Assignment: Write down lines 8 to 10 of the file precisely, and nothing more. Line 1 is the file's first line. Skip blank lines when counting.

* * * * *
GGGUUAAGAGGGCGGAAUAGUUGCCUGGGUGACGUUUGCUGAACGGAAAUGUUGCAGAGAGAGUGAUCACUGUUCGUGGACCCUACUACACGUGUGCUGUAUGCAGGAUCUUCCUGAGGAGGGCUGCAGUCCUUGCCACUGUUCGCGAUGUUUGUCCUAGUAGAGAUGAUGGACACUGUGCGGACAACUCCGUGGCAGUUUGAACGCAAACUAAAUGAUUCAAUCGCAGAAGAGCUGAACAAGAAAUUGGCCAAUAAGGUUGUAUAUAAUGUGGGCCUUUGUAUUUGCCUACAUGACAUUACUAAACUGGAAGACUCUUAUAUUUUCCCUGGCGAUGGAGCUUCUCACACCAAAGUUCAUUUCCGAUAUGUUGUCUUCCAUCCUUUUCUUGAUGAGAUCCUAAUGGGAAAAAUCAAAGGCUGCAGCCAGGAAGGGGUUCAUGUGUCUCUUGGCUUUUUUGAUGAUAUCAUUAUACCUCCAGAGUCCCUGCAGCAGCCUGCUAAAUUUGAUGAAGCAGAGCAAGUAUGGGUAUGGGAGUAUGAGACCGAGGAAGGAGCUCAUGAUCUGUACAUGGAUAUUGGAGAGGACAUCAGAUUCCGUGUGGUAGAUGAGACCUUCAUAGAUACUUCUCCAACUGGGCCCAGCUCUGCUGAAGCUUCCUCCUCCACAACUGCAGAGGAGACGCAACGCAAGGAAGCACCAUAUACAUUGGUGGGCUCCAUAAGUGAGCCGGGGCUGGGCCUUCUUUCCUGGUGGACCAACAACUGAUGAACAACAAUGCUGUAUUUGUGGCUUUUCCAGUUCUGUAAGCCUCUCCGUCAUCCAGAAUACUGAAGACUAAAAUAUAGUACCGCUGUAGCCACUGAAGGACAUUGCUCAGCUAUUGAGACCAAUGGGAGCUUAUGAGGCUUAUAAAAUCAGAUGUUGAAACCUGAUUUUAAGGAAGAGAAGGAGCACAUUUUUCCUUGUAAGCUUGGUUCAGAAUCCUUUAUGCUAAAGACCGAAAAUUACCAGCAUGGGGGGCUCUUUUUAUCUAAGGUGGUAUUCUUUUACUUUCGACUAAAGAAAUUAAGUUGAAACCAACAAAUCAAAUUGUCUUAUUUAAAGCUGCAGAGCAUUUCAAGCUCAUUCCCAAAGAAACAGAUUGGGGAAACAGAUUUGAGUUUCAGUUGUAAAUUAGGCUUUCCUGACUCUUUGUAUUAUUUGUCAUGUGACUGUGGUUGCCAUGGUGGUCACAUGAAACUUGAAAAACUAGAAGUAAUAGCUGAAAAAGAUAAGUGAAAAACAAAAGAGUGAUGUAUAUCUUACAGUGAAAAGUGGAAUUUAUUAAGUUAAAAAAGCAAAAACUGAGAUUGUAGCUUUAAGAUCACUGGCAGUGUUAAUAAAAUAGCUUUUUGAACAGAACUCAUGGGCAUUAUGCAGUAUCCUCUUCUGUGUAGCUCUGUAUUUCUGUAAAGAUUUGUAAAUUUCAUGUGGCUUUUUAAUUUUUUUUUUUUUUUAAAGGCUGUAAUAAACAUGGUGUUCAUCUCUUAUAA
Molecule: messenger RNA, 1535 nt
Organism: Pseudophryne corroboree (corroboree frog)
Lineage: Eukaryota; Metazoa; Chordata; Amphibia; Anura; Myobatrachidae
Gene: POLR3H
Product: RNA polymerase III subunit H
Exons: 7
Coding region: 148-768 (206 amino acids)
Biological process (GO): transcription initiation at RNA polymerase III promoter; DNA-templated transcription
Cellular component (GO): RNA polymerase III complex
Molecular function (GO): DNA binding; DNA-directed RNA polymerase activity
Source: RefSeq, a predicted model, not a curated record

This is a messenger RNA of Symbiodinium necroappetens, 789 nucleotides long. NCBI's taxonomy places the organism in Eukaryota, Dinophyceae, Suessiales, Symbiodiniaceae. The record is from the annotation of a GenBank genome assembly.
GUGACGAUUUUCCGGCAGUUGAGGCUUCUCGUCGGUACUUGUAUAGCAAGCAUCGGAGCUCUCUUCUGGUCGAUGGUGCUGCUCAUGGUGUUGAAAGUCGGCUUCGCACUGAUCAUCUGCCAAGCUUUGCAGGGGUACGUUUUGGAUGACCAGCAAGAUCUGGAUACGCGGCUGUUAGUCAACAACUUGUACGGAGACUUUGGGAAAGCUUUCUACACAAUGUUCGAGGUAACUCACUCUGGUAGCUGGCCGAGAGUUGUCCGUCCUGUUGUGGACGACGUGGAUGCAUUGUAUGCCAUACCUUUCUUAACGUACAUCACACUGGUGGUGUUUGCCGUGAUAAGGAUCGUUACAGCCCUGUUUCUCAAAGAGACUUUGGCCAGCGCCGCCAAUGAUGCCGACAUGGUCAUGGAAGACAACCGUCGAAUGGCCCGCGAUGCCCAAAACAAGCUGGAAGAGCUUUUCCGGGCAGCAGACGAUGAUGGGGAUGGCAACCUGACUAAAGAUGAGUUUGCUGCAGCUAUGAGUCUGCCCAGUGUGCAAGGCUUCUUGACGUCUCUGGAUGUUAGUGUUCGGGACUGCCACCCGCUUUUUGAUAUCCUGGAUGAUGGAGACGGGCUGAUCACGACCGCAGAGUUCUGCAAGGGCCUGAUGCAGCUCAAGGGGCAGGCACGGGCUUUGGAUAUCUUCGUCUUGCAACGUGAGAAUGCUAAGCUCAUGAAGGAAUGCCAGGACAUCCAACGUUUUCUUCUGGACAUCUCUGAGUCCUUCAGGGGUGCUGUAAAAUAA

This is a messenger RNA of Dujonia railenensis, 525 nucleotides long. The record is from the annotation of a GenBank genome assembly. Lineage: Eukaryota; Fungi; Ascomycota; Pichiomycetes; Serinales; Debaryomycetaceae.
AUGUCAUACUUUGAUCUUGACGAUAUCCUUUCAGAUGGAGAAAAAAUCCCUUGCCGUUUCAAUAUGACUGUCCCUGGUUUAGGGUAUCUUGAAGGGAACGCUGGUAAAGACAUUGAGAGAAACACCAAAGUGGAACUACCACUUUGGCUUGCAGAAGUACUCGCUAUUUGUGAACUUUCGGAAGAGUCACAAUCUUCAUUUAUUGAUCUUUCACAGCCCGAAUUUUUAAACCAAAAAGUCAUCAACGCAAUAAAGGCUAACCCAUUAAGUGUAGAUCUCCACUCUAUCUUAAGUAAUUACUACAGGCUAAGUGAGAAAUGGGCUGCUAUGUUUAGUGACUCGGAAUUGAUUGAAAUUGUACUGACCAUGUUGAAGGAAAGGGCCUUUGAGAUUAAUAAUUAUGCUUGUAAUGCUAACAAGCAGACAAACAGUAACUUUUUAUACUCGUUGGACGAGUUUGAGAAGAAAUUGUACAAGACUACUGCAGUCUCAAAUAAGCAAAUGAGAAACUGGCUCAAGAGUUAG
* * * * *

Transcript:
Coding region: 148-768 (206 amino acids)
Biological process (GO): transcription initiation at RNA polymerase III promoter; DNA-templated transcription
Cellular component (GO): RNA polymerase III complex